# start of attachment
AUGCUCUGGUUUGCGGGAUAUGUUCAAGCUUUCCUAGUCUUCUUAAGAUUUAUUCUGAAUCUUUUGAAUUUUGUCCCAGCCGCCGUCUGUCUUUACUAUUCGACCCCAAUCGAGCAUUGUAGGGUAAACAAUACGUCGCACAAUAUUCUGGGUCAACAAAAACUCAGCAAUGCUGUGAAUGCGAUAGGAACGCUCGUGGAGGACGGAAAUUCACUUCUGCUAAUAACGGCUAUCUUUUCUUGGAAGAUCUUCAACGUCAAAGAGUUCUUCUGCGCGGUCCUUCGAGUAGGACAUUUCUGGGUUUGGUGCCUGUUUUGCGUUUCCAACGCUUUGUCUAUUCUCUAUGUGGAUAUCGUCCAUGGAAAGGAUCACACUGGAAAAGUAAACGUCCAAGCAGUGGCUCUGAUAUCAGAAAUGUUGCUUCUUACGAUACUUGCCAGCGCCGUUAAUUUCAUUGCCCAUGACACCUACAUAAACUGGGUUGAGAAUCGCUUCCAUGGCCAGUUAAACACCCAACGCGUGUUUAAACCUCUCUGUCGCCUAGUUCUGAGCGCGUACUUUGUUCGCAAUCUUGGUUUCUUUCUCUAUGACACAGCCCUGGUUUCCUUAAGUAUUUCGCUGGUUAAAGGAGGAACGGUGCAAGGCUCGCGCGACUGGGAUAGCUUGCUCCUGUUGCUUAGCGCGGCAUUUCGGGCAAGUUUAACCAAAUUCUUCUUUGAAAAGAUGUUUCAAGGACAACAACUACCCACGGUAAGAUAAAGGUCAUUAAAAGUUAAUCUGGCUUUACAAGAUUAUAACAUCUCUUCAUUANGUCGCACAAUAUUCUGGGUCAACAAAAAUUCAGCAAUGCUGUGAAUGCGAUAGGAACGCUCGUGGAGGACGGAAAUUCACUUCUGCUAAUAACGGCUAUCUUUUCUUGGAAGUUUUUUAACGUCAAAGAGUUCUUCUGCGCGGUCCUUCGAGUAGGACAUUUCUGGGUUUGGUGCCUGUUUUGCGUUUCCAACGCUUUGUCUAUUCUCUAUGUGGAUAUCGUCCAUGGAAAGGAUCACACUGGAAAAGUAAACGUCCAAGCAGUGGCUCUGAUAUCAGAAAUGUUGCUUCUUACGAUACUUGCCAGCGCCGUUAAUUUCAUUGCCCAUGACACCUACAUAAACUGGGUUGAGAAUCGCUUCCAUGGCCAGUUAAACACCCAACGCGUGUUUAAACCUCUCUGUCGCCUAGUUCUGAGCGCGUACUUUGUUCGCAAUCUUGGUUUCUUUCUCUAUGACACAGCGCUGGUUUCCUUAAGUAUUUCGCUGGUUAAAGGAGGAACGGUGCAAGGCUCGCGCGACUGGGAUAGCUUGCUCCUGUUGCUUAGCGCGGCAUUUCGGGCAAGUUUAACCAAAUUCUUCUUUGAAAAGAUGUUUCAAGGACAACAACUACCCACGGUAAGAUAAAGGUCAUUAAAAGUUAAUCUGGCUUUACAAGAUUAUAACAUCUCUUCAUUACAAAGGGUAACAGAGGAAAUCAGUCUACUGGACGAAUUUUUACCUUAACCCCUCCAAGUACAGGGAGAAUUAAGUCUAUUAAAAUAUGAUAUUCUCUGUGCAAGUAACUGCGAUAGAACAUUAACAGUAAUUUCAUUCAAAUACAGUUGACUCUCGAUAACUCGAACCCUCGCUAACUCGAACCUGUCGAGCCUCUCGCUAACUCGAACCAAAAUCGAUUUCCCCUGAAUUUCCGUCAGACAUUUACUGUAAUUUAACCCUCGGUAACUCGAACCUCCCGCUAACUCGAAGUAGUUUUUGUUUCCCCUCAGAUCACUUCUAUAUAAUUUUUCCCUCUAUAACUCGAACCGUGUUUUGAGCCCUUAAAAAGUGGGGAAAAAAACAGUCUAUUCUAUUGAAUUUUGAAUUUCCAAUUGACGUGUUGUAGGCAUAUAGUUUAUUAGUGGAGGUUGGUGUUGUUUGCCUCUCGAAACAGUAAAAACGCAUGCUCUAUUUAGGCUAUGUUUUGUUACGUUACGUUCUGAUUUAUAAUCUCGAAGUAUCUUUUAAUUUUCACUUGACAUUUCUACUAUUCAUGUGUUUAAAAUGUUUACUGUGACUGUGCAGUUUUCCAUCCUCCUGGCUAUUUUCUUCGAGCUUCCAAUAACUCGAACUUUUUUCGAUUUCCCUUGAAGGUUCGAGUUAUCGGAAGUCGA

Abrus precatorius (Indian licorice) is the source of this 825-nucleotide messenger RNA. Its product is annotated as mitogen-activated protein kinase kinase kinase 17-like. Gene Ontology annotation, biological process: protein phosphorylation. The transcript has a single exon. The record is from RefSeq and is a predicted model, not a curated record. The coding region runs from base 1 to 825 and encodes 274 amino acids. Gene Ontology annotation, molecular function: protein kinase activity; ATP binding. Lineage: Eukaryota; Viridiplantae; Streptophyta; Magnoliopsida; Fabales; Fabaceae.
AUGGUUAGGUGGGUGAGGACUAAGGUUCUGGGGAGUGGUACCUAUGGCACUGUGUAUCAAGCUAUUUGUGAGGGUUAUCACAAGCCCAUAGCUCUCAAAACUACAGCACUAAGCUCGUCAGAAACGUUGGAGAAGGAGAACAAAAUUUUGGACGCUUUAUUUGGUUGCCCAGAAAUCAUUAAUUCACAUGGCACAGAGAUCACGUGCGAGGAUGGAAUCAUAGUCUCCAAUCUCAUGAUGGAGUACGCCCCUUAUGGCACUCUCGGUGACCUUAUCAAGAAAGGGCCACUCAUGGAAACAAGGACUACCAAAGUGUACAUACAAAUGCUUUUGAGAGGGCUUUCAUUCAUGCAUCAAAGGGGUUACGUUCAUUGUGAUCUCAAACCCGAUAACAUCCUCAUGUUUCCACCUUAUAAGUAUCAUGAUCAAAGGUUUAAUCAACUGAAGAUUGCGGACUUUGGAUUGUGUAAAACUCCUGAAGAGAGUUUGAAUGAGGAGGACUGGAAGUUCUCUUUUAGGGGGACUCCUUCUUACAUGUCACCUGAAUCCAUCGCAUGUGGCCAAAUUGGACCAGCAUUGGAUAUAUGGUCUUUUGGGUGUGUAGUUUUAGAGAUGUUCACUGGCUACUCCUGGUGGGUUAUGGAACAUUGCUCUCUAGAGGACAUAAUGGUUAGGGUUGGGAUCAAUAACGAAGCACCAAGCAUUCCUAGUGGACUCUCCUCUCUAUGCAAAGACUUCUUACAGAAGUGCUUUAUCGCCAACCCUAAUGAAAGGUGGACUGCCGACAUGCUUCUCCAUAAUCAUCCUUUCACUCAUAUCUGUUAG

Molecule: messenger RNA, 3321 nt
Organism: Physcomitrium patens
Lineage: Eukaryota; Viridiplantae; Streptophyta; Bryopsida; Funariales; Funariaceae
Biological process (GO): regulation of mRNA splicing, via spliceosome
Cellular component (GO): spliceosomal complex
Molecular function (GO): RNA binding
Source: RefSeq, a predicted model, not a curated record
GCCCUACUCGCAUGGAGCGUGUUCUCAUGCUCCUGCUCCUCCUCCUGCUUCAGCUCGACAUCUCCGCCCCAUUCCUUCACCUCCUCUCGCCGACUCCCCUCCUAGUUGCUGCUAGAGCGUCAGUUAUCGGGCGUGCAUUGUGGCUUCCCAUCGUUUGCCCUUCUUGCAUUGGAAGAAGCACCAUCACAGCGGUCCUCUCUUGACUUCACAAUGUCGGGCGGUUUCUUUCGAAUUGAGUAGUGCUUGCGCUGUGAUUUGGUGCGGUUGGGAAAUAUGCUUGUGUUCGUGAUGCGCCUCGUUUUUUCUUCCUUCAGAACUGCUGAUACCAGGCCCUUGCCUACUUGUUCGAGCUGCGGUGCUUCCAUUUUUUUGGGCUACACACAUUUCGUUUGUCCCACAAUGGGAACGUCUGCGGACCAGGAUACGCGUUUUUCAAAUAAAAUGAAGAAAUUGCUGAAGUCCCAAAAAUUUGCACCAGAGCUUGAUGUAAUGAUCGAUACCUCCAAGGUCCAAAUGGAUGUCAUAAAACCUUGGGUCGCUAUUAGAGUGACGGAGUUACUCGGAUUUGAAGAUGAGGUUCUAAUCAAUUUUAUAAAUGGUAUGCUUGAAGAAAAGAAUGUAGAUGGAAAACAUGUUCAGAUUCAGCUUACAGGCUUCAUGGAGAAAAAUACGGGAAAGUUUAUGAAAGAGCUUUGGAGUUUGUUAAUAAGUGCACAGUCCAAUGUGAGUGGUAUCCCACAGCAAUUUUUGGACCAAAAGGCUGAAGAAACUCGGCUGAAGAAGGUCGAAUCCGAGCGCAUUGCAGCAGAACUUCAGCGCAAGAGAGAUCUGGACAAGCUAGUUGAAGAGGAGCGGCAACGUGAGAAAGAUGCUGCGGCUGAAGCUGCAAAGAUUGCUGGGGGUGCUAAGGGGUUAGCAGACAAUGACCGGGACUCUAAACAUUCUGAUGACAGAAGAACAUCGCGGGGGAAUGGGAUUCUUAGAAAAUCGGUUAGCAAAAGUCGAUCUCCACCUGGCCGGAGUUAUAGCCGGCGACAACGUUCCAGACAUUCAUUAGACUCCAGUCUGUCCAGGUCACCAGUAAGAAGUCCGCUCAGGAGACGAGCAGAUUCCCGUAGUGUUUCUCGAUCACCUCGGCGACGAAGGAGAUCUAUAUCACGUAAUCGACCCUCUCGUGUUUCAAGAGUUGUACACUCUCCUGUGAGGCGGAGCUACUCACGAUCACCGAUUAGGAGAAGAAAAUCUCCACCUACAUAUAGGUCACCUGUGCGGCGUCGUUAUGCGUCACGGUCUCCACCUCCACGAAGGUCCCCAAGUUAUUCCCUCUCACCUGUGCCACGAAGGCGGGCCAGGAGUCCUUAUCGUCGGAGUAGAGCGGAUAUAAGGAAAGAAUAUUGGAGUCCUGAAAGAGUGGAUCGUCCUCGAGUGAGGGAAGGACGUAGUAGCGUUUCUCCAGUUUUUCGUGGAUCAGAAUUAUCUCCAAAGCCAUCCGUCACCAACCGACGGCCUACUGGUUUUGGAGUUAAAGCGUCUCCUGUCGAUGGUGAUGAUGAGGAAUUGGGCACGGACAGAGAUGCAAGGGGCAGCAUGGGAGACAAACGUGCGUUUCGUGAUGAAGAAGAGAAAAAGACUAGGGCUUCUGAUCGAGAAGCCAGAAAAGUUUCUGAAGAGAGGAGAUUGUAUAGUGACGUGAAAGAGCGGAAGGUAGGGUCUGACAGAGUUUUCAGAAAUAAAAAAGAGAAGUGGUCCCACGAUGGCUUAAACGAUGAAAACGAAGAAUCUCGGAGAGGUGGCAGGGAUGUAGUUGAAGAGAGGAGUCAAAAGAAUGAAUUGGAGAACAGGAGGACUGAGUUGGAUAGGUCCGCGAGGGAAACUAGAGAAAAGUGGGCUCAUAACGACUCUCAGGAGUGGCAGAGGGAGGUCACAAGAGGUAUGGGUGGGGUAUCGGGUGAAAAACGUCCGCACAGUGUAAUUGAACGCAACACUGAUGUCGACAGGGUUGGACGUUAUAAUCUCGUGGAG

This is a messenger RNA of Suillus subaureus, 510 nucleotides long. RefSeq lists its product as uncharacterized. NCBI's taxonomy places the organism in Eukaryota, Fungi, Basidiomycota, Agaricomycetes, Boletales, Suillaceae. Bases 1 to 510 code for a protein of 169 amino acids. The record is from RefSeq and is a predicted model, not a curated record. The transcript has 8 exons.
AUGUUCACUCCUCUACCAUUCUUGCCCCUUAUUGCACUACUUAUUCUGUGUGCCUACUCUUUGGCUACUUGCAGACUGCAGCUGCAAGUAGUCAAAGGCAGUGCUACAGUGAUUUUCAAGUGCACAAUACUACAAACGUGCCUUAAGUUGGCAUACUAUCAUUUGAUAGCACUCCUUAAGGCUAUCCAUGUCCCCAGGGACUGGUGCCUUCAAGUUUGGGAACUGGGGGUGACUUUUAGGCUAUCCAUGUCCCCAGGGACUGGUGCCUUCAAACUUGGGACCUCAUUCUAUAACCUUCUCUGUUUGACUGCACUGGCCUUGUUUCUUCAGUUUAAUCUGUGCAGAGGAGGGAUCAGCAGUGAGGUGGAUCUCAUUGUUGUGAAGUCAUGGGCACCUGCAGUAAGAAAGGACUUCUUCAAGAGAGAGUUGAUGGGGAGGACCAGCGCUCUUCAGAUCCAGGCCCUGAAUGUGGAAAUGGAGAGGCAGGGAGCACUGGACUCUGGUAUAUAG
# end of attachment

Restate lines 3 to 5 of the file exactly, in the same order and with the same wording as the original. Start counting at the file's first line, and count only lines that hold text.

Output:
AUGGUUAGGUGGGUGAGGACUAAGGUUCUGGGGAGUGGUACCUAUGGCACUGUGUAUCAAGCUAUUUGUGAGGGUUAUCACAAGCCCAUAGCUCUCAAAACUACAGCACUAAGCUCGUCAGAAACGUUGGAGAAGGAGAACAAAAUUUUGGACGCUUUAUUUGGUUGCCCAGAAAUCAUUAAUUCACAUGGCACAGAGAUCACGUGCGAGGAUGGAAUCAUAGUCUCCAAUCUCAUGAUGGAGUACGCCCCUUAUGGCACUCUCGGUGACCUUAUCAAGAAAGGGCCACUCAUGGAAACAAGGACUACCAAAGUGUACAUACAAAUGCUUUUGAGAGGGCUUUCAUUCAUGCAUCAAAGGGGUUACGUUCAUUGUGAUCUCAAACCCGAUAACAUCCUCAUGUUUCCACCUUAUAAGUAUCAUGAUCAAAGGUUUAAUCAACUGAAGAUUGCGGACUUUGGAUUGUGUAAAACUCCUGAAGAGAGUUUGAAUGAGGAGGACUGGAAGUUCUCUUUUAGGGGGACUCCUUCUUACAUGUCACCUGAAUCCAUCGCAUGUGGCCAAAUUGGACCAGCAUUGGAUAUAUGGUCUUUUGGGUGUGUAGUUUUAGAGAUGUUCACUGGCUACUCCUGGUGGGUUAUGGAACAUUGCUCUCUAGAGGACAUAAUGGUUAGGGUUGGGAUCAAUAACGAAGCACCAAGCAUUCCUAGUGGACUCUCCUCUCUAUGCAAAGACUUCUUACAGAAGUGCUUUAUCGCCAACCCUAAUGAAAGGUGGACUGCCGACAUGCUUCUCCAUAAUCAUCCUUUCACUCAUAUCUGUUAG

Molecule: messenger RNA, 3321 nt
Organism: Physcomitrium patens